The challenges of COVID-19 have been instrumental in the UK industry’s digital transformation. But the benefits of digitalization to consumers are indisputable, and most businesses now accept that the new operational practices are likely to continue when the pandemic ends and investments in technology are fundamental to the industry’s survival.

Factors influencing the UK automotive industry


Private car usage

4% drop in YOY sales of new and used cars since 2017.

Santander cycles

Ridership back to pre-COVID-19 level by May 2020.

Industry structure

~71% of GDP in the UK is accounted for by service sector.

Acceptance of WFH

21% of workforce exclusively working from home.

Cultural mindset of owning cars

85% of people commute to work by car.

Real estate transactions

51% of Londoners considered moving out of the city in April 2020.

Topography structure

5,700 people per square km in Tier 1 cities.

Economic outlook

9.8% shrinkage in GDP due toCOVID-19 in 2020.

Public transport landscape

50% of people in London use public transport.

Source: Frost & Sullivan

How can digitalization improve customer services?

Online services are giving retailers an opportunity to eliminate antiquated sales processes for good. Research shows that consumers usually prefer to see a vehicle in person before buying it. But customer satisfaction studies also show that people buying cars in dealerships don’t like the fact that the purchase takes a long time. As the UK moves out of lockdown, retailers may choose to offer a blended approach to the sale, which enables the customer to experience the vehicle presentation in person but arrange the more time-consuming parts of the buying journey – such as negotiations, finance approvals or lease agreements – online.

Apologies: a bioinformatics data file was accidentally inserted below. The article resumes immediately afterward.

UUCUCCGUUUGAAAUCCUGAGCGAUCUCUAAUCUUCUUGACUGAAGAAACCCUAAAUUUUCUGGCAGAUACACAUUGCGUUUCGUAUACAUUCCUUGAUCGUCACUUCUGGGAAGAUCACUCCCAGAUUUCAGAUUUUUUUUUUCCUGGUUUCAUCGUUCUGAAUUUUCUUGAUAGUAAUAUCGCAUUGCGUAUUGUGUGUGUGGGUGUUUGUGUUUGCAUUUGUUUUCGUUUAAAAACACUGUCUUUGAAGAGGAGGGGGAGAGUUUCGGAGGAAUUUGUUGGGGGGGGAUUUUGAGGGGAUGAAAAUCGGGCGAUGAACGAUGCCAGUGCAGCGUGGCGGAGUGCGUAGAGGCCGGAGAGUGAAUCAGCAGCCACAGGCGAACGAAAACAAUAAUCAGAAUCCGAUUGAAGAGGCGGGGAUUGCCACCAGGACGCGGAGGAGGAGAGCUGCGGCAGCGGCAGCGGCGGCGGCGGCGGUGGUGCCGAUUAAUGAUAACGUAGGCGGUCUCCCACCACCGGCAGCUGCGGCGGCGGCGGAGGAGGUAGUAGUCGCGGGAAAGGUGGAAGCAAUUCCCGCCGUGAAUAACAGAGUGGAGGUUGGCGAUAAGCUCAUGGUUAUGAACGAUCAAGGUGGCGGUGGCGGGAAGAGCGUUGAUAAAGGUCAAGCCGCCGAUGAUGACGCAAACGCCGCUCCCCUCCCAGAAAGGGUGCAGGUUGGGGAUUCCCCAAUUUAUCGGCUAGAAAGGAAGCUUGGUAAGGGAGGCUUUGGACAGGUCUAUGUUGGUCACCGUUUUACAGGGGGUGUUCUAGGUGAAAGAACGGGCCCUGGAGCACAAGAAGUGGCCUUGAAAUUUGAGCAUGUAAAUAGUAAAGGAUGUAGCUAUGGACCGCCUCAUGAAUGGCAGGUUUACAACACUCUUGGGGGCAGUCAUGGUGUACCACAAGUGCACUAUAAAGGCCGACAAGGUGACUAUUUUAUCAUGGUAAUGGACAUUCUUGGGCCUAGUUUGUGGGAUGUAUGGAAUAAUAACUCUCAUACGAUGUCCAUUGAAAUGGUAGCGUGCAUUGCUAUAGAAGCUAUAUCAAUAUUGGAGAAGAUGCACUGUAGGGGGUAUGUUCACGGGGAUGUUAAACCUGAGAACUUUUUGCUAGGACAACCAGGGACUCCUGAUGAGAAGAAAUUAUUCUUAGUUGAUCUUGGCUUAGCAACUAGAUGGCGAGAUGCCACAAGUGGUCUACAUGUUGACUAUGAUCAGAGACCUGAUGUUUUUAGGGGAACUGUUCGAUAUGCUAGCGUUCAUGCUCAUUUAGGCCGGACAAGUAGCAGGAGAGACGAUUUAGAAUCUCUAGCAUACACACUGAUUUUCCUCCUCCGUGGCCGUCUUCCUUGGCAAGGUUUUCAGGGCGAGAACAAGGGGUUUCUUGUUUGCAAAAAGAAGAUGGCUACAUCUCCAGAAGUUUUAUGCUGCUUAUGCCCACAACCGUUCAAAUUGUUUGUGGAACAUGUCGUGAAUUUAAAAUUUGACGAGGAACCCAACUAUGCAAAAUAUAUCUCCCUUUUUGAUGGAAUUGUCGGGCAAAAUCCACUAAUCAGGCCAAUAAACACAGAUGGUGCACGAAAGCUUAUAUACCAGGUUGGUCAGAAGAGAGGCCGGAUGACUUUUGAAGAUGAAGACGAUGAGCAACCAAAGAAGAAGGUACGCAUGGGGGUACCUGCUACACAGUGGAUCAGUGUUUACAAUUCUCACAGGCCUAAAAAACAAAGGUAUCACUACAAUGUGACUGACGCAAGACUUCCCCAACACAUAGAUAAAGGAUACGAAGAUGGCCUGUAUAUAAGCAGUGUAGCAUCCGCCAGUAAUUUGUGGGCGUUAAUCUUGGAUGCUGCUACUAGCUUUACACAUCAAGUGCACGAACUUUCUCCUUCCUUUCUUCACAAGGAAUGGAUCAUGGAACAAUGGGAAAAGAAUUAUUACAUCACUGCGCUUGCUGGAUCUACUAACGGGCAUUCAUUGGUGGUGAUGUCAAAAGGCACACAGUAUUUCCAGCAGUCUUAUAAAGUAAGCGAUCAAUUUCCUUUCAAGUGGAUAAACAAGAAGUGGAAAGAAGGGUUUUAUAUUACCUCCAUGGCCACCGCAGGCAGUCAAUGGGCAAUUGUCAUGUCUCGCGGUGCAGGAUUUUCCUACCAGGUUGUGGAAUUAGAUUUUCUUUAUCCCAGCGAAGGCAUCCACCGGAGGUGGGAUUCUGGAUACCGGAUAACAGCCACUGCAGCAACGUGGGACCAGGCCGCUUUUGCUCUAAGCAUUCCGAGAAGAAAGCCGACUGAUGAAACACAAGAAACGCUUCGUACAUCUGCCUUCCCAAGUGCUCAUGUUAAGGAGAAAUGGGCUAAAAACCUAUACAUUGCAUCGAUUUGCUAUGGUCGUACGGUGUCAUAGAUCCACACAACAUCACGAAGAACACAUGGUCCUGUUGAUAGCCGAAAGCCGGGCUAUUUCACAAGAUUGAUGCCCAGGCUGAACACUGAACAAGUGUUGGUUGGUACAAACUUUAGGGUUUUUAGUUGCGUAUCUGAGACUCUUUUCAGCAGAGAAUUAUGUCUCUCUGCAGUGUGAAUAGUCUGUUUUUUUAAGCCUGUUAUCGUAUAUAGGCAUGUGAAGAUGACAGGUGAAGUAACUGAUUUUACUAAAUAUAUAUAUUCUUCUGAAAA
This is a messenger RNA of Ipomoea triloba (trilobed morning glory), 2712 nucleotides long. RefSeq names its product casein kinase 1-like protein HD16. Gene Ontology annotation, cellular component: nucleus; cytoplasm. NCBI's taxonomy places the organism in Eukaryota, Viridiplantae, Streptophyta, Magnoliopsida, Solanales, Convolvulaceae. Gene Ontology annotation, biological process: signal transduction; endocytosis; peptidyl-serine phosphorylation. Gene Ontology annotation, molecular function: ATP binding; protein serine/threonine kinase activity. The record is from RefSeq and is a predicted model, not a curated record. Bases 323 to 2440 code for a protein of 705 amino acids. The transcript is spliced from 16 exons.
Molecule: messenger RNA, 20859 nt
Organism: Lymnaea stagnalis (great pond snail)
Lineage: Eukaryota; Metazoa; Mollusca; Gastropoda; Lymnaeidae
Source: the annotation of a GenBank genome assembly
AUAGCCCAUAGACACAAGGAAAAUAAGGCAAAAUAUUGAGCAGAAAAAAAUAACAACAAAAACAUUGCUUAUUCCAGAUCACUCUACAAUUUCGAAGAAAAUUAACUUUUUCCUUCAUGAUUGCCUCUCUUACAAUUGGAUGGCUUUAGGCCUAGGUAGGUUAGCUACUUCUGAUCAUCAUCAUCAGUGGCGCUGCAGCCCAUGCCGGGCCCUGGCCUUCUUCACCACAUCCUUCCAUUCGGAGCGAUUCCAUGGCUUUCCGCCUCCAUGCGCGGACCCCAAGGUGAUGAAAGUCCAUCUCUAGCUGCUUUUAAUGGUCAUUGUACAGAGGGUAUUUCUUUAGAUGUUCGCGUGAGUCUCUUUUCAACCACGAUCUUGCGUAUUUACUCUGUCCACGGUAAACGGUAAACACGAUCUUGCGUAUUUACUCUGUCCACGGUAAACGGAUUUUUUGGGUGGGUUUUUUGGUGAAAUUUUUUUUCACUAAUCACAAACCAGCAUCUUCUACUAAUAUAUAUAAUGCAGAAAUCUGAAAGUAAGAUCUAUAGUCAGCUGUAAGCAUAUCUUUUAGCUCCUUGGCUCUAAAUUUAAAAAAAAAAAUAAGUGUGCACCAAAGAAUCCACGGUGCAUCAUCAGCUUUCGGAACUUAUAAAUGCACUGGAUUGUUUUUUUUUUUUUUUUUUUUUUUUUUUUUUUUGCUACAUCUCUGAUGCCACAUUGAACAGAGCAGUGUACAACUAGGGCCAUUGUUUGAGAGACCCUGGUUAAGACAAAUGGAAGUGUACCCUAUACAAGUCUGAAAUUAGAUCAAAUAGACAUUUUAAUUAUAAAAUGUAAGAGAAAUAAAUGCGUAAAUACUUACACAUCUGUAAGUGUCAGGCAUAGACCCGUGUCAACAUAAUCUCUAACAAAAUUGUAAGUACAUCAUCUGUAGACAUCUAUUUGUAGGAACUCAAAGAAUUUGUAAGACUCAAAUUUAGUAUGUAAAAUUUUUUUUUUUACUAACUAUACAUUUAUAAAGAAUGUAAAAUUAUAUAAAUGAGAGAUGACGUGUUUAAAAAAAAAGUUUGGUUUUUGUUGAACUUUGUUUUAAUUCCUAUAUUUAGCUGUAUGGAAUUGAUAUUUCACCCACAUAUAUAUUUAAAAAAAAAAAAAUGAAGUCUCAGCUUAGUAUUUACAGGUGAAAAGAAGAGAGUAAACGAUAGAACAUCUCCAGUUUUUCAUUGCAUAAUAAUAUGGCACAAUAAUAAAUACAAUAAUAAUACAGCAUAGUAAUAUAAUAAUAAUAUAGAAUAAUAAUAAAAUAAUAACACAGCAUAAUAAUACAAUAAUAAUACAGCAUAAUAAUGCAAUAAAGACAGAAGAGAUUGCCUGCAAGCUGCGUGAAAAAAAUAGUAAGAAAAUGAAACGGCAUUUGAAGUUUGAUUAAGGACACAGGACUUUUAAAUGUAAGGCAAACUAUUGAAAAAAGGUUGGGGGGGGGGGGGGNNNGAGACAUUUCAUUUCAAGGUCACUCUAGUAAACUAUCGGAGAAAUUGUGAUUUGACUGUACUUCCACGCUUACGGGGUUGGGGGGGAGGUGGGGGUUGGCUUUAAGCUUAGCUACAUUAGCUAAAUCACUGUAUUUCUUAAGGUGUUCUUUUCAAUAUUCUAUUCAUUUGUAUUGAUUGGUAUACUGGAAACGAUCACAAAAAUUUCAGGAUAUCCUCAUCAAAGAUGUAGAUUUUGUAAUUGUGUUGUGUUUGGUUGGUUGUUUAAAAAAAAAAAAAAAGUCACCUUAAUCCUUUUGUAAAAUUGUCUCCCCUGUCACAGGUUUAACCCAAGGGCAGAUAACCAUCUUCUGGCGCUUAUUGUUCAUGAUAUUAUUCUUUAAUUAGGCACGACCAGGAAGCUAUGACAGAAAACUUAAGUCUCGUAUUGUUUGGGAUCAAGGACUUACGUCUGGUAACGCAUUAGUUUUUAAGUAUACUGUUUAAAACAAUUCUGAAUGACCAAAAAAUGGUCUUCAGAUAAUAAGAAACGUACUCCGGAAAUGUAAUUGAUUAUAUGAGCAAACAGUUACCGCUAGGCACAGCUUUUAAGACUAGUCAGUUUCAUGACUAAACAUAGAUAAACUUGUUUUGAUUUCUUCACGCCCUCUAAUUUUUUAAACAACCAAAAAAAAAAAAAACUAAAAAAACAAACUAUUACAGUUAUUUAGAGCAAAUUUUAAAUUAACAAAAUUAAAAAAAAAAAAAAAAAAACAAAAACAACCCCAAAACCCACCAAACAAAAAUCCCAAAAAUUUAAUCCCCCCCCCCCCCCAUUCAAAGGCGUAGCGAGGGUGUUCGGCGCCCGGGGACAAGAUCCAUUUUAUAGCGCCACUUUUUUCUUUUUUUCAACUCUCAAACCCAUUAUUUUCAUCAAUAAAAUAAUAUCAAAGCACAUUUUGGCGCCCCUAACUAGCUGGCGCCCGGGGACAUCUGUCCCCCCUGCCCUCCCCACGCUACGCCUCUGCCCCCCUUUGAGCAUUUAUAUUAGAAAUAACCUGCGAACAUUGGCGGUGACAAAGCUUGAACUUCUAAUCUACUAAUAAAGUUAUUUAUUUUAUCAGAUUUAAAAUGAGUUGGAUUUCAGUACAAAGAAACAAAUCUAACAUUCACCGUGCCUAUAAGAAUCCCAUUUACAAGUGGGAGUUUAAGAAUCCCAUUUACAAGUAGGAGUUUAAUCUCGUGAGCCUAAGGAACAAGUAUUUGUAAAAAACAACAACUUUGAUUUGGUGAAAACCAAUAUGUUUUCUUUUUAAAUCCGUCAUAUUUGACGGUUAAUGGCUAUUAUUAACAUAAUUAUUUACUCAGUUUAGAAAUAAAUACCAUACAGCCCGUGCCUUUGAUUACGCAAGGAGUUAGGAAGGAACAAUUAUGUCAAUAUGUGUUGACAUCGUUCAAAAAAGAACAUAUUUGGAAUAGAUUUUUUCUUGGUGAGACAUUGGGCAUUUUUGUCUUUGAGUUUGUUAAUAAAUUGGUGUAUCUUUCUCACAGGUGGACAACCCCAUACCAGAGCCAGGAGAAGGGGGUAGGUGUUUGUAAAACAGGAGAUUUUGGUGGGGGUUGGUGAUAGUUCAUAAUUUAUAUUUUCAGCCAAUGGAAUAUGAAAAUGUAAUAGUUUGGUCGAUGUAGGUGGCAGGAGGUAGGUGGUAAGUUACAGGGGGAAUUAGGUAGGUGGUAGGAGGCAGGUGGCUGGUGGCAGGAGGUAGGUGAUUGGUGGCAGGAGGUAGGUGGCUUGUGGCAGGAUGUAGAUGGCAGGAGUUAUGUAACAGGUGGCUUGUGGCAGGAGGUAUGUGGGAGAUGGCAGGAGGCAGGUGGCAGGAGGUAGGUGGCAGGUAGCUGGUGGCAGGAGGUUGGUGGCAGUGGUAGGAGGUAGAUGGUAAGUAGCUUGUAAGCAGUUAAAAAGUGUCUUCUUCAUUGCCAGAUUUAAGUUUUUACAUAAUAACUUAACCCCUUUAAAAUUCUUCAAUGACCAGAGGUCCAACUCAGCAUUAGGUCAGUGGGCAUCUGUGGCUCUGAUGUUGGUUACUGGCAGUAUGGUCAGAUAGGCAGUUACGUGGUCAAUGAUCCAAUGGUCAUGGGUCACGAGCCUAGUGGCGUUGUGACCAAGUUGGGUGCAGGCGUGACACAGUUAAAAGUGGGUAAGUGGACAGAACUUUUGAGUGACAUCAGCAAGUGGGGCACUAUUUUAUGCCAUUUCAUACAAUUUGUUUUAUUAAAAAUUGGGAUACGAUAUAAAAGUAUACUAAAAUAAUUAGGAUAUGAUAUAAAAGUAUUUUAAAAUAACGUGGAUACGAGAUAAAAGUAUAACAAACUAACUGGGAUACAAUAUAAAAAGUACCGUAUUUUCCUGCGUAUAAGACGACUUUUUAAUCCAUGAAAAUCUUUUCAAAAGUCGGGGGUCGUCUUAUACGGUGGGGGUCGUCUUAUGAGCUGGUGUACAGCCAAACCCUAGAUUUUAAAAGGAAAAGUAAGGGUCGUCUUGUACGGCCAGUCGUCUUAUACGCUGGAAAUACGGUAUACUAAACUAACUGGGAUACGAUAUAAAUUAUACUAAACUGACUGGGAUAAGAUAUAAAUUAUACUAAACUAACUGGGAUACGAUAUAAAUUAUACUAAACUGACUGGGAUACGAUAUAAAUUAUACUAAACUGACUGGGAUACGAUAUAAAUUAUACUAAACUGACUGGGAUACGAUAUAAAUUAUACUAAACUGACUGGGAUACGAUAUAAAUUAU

However, for this omni-channel approach to work, the physical exchange in the dealership must be worthwhile. A sterile customer experience could alienate buyers and encourage them to spend their money where they can complete all parts of the transaction online.

Today’s consumers are also more informed. They have carried out a significant amount of research online, checked prices at multiple vendors, and may even know more about a vehicle than the salesperson. It is vital retailers are prepared for this and can add greater value to these interactions through richer, more engaging experiences.

How will social anxiety be reversed?